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I keep hearing about this great note taking app Epistle, but whenever I follow the links or search in the google play store I'm told that the page isn't there and don't find any search results.

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Epistle

Anonymous's picture

I used Epistle but it is no longer supported, but an app called Denote is a great substitute that does the same thing. I use it to sync notes to my Ubuntu desktop with a program called PS Notes.

You forgot OwnCloud

Paraplegic Racehorse's picture

Android (OwnCloud - https://play.google.com/store/apps/details?id=com.owncloud.android&featu....) and [many] linux distros include native OwnCloud clients. Several online archive/backup/share service providers have switched to OwnCloud to ease their internal administration issues. You can, in theory, have your cake and eat it too.

The problem is 3rd-party app support of OwnCloud on Android. There are lots of apps that talk back and forth with DropBox and Box but very very few, if any, that talk to an OwnCloud server, so if you need this, those files should be kept at those hosting sites. On the upside, your DropBox folder can be mirrored on your OwnCloud server so you don't need to worry overmuch about losing your files should DropBox ever fail for you. :)

go-mtpfs

John M Cooper's picture

Hi,

I have found go-mtpfs https://github.com/hanwen/go-mtpfs to be a really fast and stable way to access my MTP android. You have to do a bit of leg work to get it installed but after that it works great. Lets hope somebody packages soon.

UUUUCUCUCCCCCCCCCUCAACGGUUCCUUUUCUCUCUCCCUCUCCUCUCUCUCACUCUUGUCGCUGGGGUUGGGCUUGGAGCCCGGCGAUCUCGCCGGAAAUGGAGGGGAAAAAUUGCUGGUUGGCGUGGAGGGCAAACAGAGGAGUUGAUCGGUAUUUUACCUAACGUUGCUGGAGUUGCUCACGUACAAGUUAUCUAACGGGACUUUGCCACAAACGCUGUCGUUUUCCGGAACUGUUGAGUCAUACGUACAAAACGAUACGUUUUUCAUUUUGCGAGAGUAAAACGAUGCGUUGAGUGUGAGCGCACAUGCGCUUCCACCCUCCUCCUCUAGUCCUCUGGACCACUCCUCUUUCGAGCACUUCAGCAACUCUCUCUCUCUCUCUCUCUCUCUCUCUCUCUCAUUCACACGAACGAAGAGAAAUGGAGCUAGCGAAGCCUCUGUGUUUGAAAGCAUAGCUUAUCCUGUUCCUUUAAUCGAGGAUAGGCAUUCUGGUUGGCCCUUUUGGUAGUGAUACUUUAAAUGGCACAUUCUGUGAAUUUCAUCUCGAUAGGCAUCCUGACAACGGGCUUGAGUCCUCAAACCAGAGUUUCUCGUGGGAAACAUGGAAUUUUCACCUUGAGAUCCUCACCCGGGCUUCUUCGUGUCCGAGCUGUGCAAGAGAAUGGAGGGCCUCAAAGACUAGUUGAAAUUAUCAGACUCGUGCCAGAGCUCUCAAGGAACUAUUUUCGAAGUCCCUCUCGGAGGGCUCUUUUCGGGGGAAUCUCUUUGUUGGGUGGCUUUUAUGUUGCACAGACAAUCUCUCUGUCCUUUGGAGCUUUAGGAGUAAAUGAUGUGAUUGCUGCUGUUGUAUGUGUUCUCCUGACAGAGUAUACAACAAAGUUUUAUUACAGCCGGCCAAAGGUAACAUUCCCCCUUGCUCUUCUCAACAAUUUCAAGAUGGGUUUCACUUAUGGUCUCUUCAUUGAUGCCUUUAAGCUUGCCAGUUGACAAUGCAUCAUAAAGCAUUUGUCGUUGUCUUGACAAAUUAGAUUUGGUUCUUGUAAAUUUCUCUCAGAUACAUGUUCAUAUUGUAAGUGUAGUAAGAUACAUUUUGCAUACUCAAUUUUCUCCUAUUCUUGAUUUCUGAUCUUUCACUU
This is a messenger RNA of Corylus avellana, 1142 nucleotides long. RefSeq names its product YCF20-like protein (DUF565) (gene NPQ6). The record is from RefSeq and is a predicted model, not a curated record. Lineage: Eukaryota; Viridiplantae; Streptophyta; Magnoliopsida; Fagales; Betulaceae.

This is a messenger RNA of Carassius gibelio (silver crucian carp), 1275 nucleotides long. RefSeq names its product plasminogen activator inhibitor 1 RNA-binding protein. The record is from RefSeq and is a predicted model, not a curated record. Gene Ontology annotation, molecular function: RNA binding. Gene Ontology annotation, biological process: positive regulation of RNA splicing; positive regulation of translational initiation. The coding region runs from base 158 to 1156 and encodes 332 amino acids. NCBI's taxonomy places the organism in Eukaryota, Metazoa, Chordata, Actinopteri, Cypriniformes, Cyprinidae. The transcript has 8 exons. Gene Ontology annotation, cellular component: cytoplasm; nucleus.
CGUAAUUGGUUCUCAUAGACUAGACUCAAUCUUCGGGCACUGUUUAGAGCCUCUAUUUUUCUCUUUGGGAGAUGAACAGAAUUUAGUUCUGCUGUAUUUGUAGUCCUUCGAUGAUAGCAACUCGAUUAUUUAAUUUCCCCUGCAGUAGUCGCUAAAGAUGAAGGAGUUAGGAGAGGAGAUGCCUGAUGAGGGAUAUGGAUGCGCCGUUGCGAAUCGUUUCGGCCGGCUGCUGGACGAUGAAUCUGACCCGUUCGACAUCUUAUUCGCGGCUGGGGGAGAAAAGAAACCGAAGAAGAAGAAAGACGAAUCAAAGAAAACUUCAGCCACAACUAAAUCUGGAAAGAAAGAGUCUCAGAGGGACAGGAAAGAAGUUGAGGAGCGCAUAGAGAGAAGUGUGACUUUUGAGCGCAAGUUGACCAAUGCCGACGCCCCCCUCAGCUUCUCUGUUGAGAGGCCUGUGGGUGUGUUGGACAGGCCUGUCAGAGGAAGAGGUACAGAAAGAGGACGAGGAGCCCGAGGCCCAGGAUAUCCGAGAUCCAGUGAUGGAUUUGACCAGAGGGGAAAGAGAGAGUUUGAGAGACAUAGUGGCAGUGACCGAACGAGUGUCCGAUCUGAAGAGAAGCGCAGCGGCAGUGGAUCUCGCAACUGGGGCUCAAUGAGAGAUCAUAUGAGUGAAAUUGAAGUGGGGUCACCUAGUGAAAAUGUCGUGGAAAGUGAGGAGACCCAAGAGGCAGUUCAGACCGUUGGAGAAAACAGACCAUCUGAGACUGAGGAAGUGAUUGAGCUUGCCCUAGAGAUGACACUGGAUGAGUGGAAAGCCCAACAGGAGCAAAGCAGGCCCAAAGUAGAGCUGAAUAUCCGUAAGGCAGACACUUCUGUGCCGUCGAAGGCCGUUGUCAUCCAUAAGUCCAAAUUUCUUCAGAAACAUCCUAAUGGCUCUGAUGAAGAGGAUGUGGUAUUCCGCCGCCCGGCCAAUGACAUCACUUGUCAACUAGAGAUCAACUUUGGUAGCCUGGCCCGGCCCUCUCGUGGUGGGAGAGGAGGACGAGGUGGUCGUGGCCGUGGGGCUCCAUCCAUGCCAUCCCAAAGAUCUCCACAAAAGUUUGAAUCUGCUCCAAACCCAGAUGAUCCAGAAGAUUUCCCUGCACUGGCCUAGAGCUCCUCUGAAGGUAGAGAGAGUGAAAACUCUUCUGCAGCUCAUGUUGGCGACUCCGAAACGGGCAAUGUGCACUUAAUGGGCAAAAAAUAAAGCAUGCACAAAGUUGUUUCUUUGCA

john

Missed one

Kevin Seise's picture

You missed the Android side client for SSH mounting. SSHFSAndroid allows you to create mount points for your linux hosted files and treat them like sshfs mounts. Rooting is required to insert the fuse module, but it works really well on my tablets and phone. Great article by the way!.

https://play.google.com/store/apps/details?id=com.chaos9k.sshfsandroid&h...

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Useful apps

Robin's picture

Two apps help greatly with the transfer of data from mobile to linux, which should also get mentioned. AirDroid permits a connection by WLAN to any computer capable of running a browser, copying files to and fro is one of the main features, though not the only one; and Bump permits the transfer of data to other mobile devices literally by bumping them against each other, and here, too, any computer running a browser and having a keyboard can be the target. You bump the space key.

Agreed on AirDroid. With my

Anonymous's picture

Agreed on AirDroid. With my Motorola Electrify M running Jelly Bean 4.1.2, plugging it into the computer results in a USB mass storage device being made available which contains the Motorola driver downloader for MS Windows. Once that driver is installed on a Windows machine the driver manages to disable the USB mass storage device and provides MTP access. This does not seem to be possible on Linux as of yet. I tried the go-mtpfs program above, but it cannot find an MTP device (it's one of several such programs I've tried.